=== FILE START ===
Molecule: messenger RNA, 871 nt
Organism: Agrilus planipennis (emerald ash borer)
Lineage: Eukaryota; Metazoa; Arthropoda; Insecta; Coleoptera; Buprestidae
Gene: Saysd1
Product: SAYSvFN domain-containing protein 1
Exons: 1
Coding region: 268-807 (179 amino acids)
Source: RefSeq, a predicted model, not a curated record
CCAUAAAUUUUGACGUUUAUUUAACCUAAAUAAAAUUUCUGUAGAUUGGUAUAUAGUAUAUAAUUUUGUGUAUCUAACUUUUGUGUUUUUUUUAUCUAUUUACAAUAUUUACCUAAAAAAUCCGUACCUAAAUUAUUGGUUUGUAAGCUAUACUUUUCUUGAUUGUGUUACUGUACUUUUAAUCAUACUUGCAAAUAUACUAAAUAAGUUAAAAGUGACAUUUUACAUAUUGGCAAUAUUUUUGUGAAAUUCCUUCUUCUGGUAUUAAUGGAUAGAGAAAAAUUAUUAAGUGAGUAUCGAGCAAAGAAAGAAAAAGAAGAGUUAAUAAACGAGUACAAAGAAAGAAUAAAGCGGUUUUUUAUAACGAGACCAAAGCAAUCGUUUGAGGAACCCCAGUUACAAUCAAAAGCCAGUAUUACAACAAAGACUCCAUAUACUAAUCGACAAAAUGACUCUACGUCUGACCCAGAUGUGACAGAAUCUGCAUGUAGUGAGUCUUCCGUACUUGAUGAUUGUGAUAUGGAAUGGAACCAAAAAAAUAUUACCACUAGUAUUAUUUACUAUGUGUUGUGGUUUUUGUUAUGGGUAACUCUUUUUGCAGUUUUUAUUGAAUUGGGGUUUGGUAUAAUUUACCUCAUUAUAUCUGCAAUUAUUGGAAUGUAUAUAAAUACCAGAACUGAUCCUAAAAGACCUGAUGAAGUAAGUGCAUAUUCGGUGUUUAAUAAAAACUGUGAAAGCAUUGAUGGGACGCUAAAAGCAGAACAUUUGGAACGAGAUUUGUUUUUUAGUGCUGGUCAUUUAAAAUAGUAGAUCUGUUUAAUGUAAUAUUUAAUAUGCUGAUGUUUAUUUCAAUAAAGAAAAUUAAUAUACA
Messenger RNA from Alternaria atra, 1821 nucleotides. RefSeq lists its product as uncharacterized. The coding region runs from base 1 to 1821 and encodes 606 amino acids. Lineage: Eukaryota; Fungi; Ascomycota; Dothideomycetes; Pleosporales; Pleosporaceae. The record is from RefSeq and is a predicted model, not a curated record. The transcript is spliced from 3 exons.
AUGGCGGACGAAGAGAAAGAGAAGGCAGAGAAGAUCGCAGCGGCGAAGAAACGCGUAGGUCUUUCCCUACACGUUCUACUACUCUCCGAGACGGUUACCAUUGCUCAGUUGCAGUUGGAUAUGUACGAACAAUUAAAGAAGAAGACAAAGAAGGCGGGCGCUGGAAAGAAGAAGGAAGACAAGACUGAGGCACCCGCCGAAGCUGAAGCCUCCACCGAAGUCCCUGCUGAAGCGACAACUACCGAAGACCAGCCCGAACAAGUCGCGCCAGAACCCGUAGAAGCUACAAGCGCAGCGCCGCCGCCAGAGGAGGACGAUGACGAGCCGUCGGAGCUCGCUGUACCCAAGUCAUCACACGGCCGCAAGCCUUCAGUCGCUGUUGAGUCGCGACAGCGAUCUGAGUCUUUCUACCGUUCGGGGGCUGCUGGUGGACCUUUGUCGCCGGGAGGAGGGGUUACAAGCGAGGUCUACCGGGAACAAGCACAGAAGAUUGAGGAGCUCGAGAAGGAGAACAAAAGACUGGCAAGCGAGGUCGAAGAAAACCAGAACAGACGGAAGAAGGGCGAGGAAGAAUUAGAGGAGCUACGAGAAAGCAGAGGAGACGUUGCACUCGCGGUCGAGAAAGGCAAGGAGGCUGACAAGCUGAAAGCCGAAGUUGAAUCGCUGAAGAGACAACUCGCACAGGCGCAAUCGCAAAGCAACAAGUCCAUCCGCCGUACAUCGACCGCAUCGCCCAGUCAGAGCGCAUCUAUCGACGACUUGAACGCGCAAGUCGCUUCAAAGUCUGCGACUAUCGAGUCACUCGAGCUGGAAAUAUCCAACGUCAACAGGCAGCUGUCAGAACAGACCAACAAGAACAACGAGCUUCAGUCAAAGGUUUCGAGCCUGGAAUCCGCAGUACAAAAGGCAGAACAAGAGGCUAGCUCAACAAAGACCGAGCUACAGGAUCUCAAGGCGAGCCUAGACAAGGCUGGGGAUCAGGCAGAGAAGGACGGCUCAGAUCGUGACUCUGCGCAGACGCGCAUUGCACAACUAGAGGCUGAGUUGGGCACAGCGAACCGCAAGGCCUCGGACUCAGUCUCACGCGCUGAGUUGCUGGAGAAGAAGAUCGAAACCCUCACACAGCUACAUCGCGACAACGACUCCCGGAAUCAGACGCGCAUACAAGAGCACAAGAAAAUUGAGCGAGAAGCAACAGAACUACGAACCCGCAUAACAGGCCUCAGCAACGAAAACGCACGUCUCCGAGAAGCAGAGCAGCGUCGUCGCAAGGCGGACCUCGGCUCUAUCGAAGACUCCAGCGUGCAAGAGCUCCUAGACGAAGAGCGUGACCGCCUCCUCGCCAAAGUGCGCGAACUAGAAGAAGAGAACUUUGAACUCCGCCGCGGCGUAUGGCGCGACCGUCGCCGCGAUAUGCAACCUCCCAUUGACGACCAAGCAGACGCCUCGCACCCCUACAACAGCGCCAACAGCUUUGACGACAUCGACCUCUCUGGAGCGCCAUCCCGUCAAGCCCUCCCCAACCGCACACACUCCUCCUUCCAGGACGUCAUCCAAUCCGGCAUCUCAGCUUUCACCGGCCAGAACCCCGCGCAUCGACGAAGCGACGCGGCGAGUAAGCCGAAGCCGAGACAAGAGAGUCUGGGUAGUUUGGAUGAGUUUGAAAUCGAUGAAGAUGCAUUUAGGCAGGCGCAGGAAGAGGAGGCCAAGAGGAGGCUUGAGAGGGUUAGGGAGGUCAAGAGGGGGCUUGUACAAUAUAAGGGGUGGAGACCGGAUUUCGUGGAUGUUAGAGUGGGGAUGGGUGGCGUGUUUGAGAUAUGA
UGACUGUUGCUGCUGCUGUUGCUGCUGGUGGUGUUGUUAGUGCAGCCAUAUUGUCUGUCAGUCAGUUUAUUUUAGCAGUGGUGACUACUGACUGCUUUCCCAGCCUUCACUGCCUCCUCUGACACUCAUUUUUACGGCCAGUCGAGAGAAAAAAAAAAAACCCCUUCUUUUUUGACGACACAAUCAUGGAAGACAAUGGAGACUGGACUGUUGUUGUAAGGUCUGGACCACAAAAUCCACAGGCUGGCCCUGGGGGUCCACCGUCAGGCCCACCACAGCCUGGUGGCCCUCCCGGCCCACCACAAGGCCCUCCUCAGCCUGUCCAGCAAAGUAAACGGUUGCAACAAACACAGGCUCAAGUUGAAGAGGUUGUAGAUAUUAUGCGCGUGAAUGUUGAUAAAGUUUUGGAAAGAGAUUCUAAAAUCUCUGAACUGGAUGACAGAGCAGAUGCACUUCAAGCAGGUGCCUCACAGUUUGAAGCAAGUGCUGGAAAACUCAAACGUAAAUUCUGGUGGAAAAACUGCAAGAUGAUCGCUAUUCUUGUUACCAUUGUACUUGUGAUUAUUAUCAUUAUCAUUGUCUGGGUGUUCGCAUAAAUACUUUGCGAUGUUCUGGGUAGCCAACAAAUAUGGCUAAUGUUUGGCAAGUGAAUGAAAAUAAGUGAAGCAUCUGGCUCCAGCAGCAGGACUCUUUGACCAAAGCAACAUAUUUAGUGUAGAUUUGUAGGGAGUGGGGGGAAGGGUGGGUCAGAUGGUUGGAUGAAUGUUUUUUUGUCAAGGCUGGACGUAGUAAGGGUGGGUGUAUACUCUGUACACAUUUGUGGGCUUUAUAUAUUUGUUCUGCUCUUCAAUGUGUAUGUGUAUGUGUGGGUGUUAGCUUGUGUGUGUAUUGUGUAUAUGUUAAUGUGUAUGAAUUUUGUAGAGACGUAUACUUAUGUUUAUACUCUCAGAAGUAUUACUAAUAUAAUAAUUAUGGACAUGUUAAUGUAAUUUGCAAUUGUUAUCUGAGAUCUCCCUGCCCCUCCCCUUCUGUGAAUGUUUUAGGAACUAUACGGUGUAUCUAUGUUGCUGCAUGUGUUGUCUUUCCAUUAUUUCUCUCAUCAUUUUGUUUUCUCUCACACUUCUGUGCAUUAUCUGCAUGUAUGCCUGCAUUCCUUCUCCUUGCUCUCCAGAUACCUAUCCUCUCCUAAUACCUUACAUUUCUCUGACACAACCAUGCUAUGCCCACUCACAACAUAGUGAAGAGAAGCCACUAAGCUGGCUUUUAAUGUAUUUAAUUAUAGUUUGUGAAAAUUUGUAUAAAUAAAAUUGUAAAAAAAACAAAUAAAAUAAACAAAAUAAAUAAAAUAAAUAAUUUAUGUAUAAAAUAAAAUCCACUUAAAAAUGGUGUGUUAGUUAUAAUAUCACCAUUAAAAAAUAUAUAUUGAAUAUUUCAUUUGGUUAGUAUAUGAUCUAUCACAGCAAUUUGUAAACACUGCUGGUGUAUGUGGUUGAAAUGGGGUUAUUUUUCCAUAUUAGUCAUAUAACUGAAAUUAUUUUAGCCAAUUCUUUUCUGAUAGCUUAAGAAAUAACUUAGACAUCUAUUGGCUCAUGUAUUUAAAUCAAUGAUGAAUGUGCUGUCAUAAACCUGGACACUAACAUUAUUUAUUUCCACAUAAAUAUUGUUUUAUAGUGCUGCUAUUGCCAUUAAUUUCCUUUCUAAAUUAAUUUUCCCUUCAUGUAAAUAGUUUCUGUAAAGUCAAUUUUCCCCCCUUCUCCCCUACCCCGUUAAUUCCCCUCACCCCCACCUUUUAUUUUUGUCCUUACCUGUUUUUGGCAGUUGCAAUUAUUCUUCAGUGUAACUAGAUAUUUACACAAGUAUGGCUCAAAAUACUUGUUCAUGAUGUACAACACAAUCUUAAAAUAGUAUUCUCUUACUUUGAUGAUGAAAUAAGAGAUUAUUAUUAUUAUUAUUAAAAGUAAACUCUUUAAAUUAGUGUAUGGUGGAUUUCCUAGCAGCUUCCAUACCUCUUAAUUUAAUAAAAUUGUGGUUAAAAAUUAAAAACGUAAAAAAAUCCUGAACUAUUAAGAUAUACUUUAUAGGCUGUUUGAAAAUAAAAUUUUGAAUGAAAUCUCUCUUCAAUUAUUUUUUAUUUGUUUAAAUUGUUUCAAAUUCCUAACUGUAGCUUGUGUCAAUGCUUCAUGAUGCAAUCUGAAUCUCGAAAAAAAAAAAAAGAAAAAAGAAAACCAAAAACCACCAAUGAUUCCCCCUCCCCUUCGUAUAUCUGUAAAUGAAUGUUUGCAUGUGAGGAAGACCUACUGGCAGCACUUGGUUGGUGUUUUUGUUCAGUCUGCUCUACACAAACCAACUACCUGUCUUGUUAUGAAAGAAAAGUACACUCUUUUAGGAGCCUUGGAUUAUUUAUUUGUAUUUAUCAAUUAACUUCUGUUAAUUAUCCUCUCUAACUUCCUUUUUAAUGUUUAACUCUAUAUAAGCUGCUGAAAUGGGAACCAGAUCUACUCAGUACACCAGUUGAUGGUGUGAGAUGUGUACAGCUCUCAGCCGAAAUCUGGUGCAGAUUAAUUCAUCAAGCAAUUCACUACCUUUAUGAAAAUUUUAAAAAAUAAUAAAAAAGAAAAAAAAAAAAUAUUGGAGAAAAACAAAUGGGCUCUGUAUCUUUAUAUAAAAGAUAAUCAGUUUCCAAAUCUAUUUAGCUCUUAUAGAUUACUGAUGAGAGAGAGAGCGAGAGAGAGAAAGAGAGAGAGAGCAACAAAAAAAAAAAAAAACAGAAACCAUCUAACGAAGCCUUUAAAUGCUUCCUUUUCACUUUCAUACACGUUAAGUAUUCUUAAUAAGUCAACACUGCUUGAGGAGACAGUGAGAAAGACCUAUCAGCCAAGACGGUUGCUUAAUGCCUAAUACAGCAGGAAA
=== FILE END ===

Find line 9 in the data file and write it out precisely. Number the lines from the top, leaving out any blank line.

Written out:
CCAUAAAUUUUGACGUUUAUUUAACCUAAAUAAAAUUUCUGUAGAUUGGUAUAUAGUAUAUAAUUUUGUGUAUCUAACUUUUGUGUUUUUUUUAUCUAUUUACAAUAUUUACCUAAAAAAUCCGUACCUAAAUUAUUGGUUUGUAAGCUAUACUUUUCUUGAUUGUGUUACUGUACUUUUAAUCAUACUUGCAAAUAUACUAAAUAAGUUAAAAGUGACAUUUUACAUAUUGGCAAUAUUUUUGUGAAAUUCCUUCUUCUGGUAUUAAUGGAUAGAGAAAAAUUAUUAAGUGAGUAUCGAGCAAAGAAAGAAAAAGAAGAGUUAAUAAACGAGUACAAAGAAAGAAUAAAGCGGUUUUUUAUAACGAGACCAAAGCAAUCGUUUGAGGAACCCCAGUUACAAUCAAAAGCCAGUAUUACAACAAAGACUCCAUAUACUAAUCGACAAAAUGACUCUACGUCUGACCCAGAUGUGACAGAAUCUGCAUGUAGUGAGUCUUCCGUACUUGAUGAUUGUGAUAUGGAAUGGAACCAAAAAAAUAUUACCACUAGUAUUAUUUACUAUGUGUUGUGGUUUUUGUUAUGGGUAACUCUUUUUGCAGUUUUUAUUGAAUUGGGGUUUGGUAUAAUUUACCUCAUUAUAUCUGCAAUUAUUGGAAUGUAUAUAAAUACCAGAACUGAUCCUAAAAGACCUGAUGAAGUAAGUGCAUAUUCGGUGUUUAAUAAAAACUGUGAAAGCAUUGAUGGGACGCUAAAAGCAGAACAUUUGGAACGAGAUUUGUUUUUUAGUGCUGGUCAUUUAAAAUAGUAGAUCUGUUUAAUGUAAUAUUUAAUAUGCUGAUGUUUAUUUCAAUAAAGAAAAUUAAUAUACA